Emulating mobile devices

Puppeteer and Playwright control headless desktop browsers that can also emulate mobile devices. And while device emulation can’t replace testing on mobile devices entirely, it’s a practical and quick-to-setup approach to testing mobile scenarios.

Device emulation is well suited to test if your site behaves correctly across multiple viewport sizes and correctly handles user-agent strings. But if your site relies on device-specific browser features, an iPhone emulation running in a Chromium browser might lead to false positives.

This guide explains how to define viewport sizes, device pixel ratio and user-agent strings using Playwright and Puppeteer.

Defining the user agent string

If your site parses the user agent string to serve a different experience to mobile users, define the userAgent in your automation scripts.

const { chromium } = require("playwright")

;(async () => {
  const browser = await chromium.launch()
  const page = await browser.newPage({
    // define the iPhone SE user agent
    userAgent:
      "Mozilla/5.0 (iPhone; CPU iPhone OS 10_3_1 like Mac OS X) AppleWebKit/603.1.30 (KHTML, like Gecko) Version/16.0 Mobile/14E304 Safari/602.1",
  })
  await page.goto("https://danube-web.shop/")

  // perform your tests

  await browser.close()
})()
const puppeteer = require("puppeteer")

;(async () => {
  const browser = await puppeteer.launch()
  const page = await browser.newPage()
  // define the iPhone SE user agent
  await page.setUserAgent(
    "Mozilla/5.0 (iPhone; CPU iPhone OS 10_3_1 like Mac OS X) AppleWebKit/603.1.30 (KHTML, like Gecko) Version/16.0 Mobile/14E304 Safari/602.1"
  )
  await page.goto("https://danube-web.shop/")

  // perform your tests

  await browser.close()
})()

Defining viewport size and pixel density

If your site follows responsive web design practices and renders elements depending on device viewport size, define a mobile viewport and pixel density.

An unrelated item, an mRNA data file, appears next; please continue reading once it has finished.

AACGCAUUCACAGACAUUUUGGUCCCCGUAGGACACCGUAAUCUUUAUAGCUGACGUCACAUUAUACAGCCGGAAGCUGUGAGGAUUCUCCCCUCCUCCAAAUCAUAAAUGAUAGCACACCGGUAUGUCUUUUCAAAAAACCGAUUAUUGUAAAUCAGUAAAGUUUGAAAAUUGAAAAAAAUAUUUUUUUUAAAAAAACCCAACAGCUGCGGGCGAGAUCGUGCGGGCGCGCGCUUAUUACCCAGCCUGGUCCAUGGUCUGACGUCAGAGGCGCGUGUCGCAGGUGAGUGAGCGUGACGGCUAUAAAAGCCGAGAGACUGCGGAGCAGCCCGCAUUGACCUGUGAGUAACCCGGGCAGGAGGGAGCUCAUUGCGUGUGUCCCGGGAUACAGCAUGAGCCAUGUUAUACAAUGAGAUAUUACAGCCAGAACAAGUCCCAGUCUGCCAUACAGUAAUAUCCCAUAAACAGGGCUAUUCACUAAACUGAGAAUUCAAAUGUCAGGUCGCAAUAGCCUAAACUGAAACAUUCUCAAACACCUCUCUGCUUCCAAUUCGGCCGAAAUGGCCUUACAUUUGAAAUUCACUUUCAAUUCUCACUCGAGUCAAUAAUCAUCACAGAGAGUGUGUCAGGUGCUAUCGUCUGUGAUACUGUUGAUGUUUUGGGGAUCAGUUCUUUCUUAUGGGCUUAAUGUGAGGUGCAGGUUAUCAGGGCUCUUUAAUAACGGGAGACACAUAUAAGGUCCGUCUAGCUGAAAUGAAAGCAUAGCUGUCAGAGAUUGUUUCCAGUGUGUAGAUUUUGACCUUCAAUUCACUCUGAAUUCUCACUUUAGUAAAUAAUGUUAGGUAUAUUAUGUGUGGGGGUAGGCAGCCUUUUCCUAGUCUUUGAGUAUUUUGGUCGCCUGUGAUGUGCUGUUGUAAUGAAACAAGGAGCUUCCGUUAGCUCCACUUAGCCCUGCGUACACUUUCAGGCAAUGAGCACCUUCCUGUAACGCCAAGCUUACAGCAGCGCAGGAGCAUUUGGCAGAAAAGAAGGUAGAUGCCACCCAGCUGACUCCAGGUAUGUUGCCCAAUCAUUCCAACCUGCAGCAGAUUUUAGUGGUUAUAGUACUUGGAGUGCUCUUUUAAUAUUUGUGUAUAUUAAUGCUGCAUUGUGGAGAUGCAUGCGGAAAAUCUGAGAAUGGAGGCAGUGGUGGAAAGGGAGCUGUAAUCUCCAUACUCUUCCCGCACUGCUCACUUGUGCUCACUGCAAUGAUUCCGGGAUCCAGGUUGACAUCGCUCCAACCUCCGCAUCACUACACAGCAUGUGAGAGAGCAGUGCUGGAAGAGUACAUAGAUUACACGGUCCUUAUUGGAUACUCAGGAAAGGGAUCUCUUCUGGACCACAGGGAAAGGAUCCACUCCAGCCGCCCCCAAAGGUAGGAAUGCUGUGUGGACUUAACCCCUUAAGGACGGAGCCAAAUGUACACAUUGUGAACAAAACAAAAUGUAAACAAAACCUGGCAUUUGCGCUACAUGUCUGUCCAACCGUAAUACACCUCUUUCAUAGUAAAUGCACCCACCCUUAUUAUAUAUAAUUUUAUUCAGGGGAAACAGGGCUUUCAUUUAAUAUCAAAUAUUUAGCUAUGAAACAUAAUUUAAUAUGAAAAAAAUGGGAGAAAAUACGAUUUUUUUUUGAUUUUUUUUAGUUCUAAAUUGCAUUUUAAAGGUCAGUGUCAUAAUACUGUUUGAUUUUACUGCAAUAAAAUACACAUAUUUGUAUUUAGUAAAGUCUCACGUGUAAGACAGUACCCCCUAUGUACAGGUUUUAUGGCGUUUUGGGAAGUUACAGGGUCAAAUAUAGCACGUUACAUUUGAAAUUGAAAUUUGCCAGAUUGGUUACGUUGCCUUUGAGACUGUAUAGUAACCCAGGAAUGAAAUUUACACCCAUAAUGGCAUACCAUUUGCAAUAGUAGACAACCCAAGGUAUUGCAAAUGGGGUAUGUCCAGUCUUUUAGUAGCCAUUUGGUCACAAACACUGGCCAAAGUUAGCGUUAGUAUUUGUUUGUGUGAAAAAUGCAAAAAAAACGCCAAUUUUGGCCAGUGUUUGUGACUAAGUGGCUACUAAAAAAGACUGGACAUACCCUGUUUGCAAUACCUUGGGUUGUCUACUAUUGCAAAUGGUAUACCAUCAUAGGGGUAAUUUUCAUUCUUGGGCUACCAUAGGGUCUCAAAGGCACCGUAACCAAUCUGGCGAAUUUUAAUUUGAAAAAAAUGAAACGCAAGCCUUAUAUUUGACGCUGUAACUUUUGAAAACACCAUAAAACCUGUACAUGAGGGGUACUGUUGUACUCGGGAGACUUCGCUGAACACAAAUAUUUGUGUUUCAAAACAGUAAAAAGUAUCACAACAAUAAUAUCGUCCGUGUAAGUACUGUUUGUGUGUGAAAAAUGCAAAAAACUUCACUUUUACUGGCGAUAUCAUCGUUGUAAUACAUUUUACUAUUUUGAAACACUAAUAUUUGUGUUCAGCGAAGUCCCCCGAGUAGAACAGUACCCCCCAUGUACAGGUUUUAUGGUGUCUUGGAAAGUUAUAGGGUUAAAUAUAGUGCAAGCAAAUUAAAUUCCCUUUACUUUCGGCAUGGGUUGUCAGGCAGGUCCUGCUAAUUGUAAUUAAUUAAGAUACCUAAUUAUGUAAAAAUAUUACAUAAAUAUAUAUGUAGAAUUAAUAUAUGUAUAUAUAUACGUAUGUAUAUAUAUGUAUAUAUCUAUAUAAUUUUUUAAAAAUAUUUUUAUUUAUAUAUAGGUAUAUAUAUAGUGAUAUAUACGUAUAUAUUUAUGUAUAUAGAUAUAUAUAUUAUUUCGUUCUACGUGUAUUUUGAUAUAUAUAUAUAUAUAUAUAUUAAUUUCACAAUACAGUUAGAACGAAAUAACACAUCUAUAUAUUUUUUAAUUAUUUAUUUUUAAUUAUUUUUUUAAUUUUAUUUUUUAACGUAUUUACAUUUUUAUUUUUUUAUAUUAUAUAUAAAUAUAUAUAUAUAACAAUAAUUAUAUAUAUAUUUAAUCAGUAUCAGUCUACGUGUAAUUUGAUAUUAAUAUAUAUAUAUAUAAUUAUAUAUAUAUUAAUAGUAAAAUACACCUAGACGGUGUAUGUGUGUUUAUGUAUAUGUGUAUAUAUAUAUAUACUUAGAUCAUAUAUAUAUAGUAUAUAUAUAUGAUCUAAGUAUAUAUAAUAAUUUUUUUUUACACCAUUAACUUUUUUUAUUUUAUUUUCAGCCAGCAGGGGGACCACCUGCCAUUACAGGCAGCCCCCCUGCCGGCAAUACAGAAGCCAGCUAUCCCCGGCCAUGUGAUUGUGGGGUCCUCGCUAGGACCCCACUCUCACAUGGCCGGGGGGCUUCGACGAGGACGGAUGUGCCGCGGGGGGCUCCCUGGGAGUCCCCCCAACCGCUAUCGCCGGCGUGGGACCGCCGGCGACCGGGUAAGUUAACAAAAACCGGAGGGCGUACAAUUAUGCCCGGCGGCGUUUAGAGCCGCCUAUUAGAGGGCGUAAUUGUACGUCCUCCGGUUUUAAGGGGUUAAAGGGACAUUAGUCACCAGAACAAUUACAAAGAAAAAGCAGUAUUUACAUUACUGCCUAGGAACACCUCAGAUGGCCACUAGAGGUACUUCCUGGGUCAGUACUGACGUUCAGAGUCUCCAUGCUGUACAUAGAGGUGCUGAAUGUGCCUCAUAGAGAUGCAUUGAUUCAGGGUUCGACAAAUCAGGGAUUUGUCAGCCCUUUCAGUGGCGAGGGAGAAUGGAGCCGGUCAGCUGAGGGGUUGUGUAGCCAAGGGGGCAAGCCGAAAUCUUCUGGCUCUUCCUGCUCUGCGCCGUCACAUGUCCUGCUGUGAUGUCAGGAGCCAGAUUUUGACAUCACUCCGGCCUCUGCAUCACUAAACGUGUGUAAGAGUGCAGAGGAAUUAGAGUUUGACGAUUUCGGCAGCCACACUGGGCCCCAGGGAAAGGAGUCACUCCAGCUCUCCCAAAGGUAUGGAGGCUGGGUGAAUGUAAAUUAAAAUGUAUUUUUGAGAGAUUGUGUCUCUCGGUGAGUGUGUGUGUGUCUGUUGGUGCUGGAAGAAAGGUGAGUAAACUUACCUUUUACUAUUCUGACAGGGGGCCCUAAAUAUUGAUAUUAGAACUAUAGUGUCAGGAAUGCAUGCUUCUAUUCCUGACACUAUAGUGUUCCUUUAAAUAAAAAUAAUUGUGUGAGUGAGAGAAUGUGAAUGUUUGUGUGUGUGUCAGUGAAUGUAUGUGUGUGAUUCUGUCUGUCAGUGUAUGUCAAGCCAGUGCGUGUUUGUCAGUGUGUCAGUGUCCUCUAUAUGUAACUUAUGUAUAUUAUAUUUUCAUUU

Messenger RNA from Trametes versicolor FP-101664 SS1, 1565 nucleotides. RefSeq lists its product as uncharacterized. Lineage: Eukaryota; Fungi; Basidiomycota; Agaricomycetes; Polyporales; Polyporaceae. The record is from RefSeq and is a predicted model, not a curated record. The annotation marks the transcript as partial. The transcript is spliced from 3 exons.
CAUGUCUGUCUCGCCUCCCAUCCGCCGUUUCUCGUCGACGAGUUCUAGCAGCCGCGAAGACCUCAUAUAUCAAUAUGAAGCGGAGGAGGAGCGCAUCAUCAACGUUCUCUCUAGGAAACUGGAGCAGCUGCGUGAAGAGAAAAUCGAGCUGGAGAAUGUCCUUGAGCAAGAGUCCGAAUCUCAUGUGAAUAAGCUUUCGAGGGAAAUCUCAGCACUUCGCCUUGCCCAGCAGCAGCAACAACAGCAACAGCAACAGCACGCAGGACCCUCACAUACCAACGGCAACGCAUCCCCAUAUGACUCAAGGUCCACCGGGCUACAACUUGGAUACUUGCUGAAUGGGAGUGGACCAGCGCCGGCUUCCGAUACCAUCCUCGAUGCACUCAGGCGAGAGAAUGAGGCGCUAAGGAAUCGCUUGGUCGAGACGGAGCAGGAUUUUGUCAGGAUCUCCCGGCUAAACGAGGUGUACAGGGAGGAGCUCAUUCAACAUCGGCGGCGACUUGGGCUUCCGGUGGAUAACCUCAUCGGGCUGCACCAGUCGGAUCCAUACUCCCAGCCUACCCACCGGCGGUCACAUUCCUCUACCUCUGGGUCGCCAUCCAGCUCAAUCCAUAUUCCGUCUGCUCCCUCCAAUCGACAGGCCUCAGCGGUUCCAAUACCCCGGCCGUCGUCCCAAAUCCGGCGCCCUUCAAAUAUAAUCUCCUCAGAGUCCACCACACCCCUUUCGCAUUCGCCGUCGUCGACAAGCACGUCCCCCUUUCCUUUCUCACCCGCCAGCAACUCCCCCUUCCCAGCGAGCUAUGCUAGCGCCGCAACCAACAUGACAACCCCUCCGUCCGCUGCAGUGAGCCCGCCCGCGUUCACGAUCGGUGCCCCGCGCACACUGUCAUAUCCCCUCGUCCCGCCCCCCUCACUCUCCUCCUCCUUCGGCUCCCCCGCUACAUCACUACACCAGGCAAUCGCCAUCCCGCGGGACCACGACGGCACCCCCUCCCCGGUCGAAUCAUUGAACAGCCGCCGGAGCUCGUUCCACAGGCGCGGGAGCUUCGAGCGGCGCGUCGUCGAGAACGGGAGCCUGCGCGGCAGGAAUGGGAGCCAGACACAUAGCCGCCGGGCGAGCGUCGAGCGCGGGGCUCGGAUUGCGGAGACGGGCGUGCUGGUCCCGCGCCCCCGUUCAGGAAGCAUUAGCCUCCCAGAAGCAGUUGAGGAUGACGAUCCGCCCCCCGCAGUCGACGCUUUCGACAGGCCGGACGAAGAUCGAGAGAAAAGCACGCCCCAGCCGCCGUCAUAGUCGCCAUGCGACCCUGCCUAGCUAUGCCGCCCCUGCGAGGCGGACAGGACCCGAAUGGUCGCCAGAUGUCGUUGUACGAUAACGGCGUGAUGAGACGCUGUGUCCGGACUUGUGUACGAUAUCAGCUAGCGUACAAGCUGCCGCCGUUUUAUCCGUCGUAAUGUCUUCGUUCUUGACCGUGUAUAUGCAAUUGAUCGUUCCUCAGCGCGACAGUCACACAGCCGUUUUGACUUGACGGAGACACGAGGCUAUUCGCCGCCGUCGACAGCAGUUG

const { chromium } = require("playwright")

;(async () => {
  const browser = await chromium.launch()
  const page = await browser.newPage({
    // define the iPhone SE viewport size and pixel density
    viewport: {
      width: 320,
      height: 568,
    },
    deviceScaleFactor: 2,
  })
  await page.goto("https://danube-web.shop/")

  // perform your tests

  await browser.close()
})()
const puppeteer = require("puppeteer")

;(async () => {
  const browser = await puppeteer.launch()
  const page = await browser.newPage()
  // define the iPhone SE viewport size and pixel density
  await page.setViewport({
    width: 320,
    height: 568,
    deviceScaleFactor: 2,
  })
  await page.goto("https://danube-web.shop/")

  // perform your tests

  await browser.close()
})()

Use built-in device registries

Playwright and Puppeteer include a built-in device registry to access mobile device characteristics quickly.

Leverage the pre-defined devices to emulate mobile devices.

const { chromium, devices } = require("playwright")
const iPhone = devices['iPhone SE'];

;(async () => {
  const browser = await chromium.launch()
  const page = await browser.newPage({
    // emulate the iPhone SE
    ...iPhone
  })
  await page.goto("https://danube-web.shop/")

  // perform your tests

  await browser.close()
})()
const puppeteer = require("puppeteer")
const iPhone = puppeteer.devices['iPhone SE'];

;(async () => {
  const browser = await puppeteer.launch()
  const page = await browser.newPage()
  // emulate the iPhone SE
  await page.emulate(iPhone);
  await page.goto("https://danube-web.shop/")

  // perform your tests

  await browser.close()
})()

Further reading

  1. Measuring page performance
  2. Playwright’s emulation documentation

Last updated on June 3, 2024. You can contribute to this documentation by editing this page on Github